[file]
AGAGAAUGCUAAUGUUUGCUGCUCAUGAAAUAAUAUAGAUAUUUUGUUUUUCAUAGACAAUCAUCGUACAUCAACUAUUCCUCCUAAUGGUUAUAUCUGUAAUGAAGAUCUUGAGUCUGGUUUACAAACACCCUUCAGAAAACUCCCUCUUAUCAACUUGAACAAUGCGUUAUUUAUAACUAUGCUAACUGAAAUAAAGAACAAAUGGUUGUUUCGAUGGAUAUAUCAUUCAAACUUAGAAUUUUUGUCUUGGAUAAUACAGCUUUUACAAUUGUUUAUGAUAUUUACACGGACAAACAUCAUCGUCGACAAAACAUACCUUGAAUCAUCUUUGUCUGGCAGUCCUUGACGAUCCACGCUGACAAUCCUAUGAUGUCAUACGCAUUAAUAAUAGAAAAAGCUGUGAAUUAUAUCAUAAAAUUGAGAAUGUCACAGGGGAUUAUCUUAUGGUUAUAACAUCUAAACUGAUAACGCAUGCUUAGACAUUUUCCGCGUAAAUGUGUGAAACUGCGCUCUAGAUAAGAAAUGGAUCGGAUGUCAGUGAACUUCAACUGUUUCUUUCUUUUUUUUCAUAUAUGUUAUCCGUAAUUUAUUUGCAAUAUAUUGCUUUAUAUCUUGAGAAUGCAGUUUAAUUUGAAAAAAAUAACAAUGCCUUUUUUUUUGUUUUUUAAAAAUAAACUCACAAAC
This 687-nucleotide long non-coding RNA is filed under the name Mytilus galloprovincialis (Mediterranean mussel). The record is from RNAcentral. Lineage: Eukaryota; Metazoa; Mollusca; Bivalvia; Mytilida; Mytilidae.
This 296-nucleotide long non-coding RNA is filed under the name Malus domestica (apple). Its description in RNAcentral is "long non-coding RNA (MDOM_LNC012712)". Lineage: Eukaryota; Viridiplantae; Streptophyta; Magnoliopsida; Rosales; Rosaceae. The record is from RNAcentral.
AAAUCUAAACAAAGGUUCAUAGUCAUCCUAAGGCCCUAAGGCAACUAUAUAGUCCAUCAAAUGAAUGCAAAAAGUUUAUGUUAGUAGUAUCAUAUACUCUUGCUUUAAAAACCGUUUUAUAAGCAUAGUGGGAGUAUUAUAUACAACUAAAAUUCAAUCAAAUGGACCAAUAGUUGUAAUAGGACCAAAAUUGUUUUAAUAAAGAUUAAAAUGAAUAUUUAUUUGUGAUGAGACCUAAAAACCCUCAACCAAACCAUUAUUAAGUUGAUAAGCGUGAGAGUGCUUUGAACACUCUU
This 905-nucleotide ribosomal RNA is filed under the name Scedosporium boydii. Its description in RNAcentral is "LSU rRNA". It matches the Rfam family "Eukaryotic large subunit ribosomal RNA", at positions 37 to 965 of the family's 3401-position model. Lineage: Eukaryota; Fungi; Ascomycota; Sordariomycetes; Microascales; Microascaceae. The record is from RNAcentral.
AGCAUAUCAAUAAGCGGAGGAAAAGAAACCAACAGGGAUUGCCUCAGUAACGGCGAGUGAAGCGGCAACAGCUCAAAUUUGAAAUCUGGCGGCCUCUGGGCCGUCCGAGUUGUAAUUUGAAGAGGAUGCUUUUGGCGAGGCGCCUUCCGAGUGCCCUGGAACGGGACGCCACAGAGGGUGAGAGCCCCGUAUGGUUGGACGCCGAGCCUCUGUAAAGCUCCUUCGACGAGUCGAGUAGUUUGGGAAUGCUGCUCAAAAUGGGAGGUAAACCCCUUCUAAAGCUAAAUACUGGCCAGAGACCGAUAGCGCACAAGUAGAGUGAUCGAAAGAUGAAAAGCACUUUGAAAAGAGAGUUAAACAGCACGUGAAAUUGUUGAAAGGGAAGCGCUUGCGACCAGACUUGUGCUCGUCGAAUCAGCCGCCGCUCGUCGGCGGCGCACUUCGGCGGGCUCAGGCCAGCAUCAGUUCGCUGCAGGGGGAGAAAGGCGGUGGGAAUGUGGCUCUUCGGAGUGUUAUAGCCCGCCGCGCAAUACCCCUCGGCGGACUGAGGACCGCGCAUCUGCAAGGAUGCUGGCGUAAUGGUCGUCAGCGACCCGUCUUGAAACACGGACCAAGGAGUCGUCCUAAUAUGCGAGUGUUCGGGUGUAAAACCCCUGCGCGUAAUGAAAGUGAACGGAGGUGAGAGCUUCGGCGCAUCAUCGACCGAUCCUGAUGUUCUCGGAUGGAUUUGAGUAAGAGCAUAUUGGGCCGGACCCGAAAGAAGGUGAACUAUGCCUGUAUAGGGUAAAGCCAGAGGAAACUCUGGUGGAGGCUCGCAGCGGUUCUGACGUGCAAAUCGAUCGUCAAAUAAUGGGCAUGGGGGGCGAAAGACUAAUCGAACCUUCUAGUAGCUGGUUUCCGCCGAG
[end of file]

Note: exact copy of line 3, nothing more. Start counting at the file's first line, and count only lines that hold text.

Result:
This 296-nucleotide long non-coding RNA is filed under the name Malus domestica (apple). Its description in RNAcentral is "long non-coding RNA (MDOM_LNC012712)". Lineage: Eukaryota; Viridiplantae; Streptophyta; Magnoliopsida; Rosales; Rosaceae. The record is from RNAcentral.